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NEW PLAN: Looking over the border to San Diego from Playas de Tijuana, Mexico
Associated Press/Gregory Bull
NEW PLAN: Looking over the border to San Diego from Playas de Tijuana, Mexico

Re-reforming

Immigration | A ripe political climate meets cynicism about changing U.S. immigration laws

Issue: "Maximum insecurity," Feb. 23, 2013

WASHINGTON—Comprehensive immigration reform failed in 2007 when pro-union Sen. Byron Dorgan, D-N.D., introduced an amendment to end the proposed guest worker program after five years. Then-Sen. Barack Obama cast the deciding vote in a 49-48 tally, eroding support among Republicans who were left with little reason to favor the legislation. 

On Jan. 29, President Obama unveiled a plan for “comprehensive” immigration reform without mention of a wide-scale guest worker program. The president’s plan calls for increased border security, employment verification, and a pathway to citizenship for the roughly 11 million illegal immigrants already in the United States—the same three-pronged approach President Ronald Reagan used in 1986. A bipartisan group of eight senators, including Republican Sen. John McCain and others involved in the failed 2007 effort, one day earlier put forth a plan similar to Obama’s. It would allow for more agricultural jobs, but it won’t help other industries such as the recovering housing market attract migrant workers. 

“If you want to stop illegal immigration, you have to provide a lawful way for low-skilled immigrants to come,” Alex Nowrasteh, an immigration policy analyst at the Cato Institute, told me. He said addressing the long-term structural problems of the system is vital, especially since this may be the last time amnesty legislation is considered for a generation.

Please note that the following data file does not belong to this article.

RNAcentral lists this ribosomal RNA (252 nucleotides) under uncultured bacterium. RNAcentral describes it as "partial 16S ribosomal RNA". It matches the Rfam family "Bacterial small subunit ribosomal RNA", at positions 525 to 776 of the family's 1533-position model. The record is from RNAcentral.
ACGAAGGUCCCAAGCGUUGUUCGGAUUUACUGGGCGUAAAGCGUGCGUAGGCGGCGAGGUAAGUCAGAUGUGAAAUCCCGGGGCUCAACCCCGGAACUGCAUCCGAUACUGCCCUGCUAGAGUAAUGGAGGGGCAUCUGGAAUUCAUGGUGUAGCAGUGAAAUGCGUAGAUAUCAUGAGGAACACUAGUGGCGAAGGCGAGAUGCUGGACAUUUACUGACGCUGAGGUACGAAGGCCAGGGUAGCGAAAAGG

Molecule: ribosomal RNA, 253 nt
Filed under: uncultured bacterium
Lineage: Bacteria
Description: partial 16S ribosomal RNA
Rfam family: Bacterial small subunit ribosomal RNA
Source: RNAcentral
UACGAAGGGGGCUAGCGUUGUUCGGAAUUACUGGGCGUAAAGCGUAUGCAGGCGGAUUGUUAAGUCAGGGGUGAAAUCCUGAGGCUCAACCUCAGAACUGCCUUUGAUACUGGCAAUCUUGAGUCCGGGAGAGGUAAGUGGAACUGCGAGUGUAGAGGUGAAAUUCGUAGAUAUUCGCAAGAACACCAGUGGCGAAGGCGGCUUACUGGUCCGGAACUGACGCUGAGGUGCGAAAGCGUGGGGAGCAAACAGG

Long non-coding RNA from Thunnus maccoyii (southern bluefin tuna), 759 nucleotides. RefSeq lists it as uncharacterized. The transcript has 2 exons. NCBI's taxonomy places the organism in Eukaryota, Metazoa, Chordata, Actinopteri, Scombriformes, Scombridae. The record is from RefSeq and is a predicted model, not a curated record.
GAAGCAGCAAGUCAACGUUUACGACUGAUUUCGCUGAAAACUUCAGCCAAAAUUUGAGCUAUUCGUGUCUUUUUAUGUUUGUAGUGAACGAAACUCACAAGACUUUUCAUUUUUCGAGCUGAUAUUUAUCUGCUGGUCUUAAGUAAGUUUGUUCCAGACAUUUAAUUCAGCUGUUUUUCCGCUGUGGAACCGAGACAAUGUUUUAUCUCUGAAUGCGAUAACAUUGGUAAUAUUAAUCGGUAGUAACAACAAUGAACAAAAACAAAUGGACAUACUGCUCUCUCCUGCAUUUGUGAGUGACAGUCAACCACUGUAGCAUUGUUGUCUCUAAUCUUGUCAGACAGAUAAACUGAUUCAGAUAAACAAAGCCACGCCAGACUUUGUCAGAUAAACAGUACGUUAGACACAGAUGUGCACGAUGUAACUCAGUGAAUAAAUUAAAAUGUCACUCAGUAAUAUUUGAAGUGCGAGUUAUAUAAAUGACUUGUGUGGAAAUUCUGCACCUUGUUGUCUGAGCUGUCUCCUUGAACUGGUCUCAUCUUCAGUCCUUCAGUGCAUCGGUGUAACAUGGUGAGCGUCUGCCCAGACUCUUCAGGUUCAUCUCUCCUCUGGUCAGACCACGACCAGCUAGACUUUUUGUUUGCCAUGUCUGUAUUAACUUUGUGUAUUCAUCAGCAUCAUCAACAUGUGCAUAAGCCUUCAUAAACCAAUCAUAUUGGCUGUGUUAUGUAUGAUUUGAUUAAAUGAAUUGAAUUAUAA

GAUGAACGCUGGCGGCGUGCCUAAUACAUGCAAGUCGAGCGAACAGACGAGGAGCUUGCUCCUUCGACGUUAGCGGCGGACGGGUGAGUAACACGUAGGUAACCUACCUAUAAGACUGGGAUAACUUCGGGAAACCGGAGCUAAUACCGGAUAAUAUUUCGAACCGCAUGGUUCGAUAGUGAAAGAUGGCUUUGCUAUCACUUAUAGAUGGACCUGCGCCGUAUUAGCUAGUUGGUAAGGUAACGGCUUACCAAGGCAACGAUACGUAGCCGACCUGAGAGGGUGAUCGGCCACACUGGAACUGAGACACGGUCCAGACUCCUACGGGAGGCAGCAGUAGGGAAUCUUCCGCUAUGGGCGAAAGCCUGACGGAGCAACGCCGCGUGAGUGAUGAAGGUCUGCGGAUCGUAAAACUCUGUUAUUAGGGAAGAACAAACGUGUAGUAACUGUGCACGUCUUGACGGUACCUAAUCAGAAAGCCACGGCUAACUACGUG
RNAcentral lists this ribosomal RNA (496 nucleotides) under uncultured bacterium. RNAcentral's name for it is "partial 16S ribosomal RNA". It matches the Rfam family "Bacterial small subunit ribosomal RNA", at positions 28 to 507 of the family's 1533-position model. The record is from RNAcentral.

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The political climate is ripe for reform after Hispanic voters broke heavily for Democrats in the 2012 elections. But some opponents of reform have labeled the Obama and Senate plans “Amnesty 2.0.” Opponents worry that, as after the 1986 reforms, promises about border security won’t be kept. Yet Republican Sen. Marco Rubio—a Tea Party favorite—is a surprise member of the so-called “Gang of Eight.” Rubio, widely considered a 2016 GOP presidential candidate, took immediate heat for endorsing the plan, and he could drop out: Immigration reform without a robust guest worker program could prove to be a high-risk, low reward proposition, with Rubio’s political future hanging in the balance.

J.C. Derrick
J.C. Derrick

J.C. is a reporter in WORLD's Washington Bureau. He spent 10 years covering sports, higher education, and politics for the Longview News-Journal and other newspapers in Texas before joining WORLD in 2012. Follow J.C. on Twitter @jcderrick1.

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